Gary L. Winn
Published April 5, 2016
Reference - 330 Pages - 7 Color & 80 B/W Illustrations
ISBN 9781498758222 - CAT# K27630
Published March 30, 2016
Reference - 362 Pages
ISBN 9780429183997 - CAT# KE86205
March 30, 2016
by CRC Press
Reference - 362 Pages
ISBN 9780429183997 - CAT# KE86205
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For Future Leaders in Safety and Engineering
You’ve chosen to become a leader in occupational health and safety. Practical Leadership Skills for Safety Professionals and Project Engineers can show you how. Purposely oriented toward the art and science of leadership, this book is designed to provide insight and outline development techniques for the budding young professional. Aimed squarely at college students and early career professionals, it parallels the steps that a student or recent graduate needs to take (from pre-professional to professional); it moves the reader from the classroom and then on through to early managerial years.
The book covers basic office protocol and etiquette, understanding diversity and cultural nuance, and ethical considerations, and addresses most ABET-accredited engineering and safety programs with similar curricula. It also considers special cases that include toxic leadership; environmental stressors; increasing resilience; gender issues; international nuance; experiential training; and "depleted" leader development environments where upper management doesn’t seem to care. In addition, the author introduces stories, accumulated wisdom, and anecdotes from his own experience, balanced by supported research and data on outcomes.
Part empirical, part anecdotal, this book:
Designed for both coursework and reference, Practical Leadership Skills for Safety Professionals and Project Engineers contains published research combined with the author’s own industry experience. This book provides a blueprint for the undergraduate or early‐career professional in occupational health and safety, industrial hygiene, safety management, and related industries.
CHOOSING PERSONAL DEVELOPMENT
Why Leadership and Why Now?
The "Millenial generation" is a mix of challenge and opportunity
Millennials: who better to have as a safety professional or project engineer?
Shouldn’t we also want to move the needle toward values-based safety and leadership?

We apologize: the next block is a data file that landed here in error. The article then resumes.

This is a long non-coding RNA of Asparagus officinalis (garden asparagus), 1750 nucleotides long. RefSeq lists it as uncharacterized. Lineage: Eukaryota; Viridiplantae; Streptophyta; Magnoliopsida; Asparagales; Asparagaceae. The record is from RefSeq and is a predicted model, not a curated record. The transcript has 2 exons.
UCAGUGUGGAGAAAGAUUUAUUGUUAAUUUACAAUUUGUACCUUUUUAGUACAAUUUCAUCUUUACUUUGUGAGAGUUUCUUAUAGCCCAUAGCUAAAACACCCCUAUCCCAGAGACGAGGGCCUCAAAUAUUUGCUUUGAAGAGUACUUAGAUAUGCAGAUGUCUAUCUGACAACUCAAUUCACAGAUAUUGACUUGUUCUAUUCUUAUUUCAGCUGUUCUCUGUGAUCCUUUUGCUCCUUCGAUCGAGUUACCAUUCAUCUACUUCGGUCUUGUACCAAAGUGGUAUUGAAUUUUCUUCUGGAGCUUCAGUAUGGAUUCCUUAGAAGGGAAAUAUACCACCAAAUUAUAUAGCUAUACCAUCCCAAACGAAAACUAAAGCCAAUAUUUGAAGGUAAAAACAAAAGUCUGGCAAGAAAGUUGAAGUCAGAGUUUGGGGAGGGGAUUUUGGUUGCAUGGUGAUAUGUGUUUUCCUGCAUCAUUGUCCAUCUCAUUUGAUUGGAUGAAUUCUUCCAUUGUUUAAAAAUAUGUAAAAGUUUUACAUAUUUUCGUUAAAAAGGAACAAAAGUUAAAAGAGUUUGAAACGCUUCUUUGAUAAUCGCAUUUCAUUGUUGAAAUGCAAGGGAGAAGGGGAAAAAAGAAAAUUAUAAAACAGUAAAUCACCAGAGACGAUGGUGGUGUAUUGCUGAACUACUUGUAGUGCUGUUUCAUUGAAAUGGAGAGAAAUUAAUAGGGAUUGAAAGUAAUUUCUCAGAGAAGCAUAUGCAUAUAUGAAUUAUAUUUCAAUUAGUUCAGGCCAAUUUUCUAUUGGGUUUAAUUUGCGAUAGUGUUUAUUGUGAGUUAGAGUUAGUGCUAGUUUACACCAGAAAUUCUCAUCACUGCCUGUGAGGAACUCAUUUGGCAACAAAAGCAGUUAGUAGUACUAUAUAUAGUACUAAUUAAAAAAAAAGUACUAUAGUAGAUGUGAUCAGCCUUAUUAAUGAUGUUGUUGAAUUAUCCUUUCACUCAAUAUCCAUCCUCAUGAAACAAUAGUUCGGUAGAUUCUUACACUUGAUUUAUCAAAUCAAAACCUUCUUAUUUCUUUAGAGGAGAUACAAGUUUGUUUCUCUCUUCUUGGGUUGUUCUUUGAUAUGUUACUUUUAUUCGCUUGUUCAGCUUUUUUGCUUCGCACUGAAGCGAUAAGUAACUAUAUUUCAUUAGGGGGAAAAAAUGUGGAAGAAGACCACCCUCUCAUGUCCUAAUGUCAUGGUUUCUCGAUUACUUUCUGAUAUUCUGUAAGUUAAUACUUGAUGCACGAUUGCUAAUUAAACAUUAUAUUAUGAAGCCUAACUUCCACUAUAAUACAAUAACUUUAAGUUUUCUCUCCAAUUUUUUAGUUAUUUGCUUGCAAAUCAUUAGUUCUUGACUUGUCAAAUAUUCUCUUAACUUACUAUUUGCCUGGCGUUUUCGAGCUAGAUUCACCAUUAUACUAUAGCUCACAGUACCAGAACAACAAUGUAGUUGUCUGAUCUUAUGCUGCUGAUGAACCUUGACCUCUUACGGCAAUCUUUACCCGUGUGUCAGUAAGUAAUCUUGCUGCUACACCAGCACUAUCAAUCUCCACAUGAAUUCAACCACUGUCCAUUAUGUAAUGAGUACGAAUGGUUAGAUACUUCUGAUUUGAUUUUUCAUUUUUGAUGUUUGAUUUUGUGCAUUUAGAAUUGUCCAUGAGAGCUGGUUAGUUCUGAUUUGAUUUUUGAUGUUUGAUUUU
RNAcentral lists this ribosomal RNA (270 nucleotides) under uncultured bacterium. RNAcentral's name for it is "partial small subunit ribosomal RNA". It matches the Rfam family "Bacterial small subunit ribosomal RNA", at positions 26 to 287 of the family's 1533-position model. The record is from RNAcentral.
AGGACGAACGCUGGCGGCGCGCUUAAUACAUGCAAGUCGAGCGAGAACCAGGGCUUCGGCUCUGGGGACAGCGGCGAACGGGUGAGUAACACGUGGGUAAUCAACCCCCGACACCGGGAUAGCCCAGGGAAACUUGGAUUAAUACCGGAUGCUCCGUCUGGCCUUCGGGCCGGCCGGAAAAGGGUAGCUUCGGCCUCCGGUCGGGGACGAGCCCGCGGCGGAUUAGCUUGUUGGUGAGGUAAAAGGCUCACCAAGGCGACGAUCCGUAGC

Which should a junior leader use: data or stories?
A clear distinction would be good about now
Are there actual data to suggest the need to study leadership, ethics, and protocol among our future professionals, particularly the Millennials?
It’s time for our young professionals to go to the next level: from managing to leading
Do others recognize the need for change? Indeed, they do
Self-Discovery Comes First
Dr. Winn’s 20 maxims about professional life: a first step in self-awareness
Dr. Winn’s PPDP: a reflective plan
Further Becoming a Professional: It Takes Effort outside the Classroom
What does it mean to be a professional?
A professional often has an individualized reading list: it’s good for a dinner invitation and can even help secure a business relationship
Attending your first PDC
Further Becoming a Professional
Dr. Winn’s 50-plus time-tested rules for professional success: managing your time and office
Leading after managing: it’s the future
What others say about the importance of leadership
Here are some thoughts about leaders you may have had in your life
Core Values Underlie Leadership
An organization’s core values aren’t assigned to employees by a committee: they come from individuals who have examined their own motivations
Making a decision to behave congruent with one’s central values: what triggers it?
Culture, Safety, and Engineering
How we can change organizational values and why it’s important
What happens when there is resistance to change? Introducing the James-Lange theory
A values-based leadership model for use in depleted environments
Establish an honor code
Be, Know,Ddo- A model that works in industry as well as the military
Storytelling, nonmaterial rewards, and personal courage
Getting the depleted-environment model to work
Case Studies in Ethical Considerations
Ethics, morals, and values: how are they different?
The leading professional organizations and their codes of ethics
A young professional’s generalized code of conduct: a set of ethical canons you can use at the department level
Plagiarism and consequences for professionals
What’s wrong with just Googling it?
Are morals relative? A dialogue for today’s professionals
Crisis and Noncrisis Leadership Models
Why should we study how the military teaches leadership?
Crisis and noncrisis leaders are different
What is a Level 1 crisis and can it be survived?
What about a Level 2 crisis?
A Level 3 crisis can be survived with the right leadership
Noncrisis leadership model no 1 servant leadership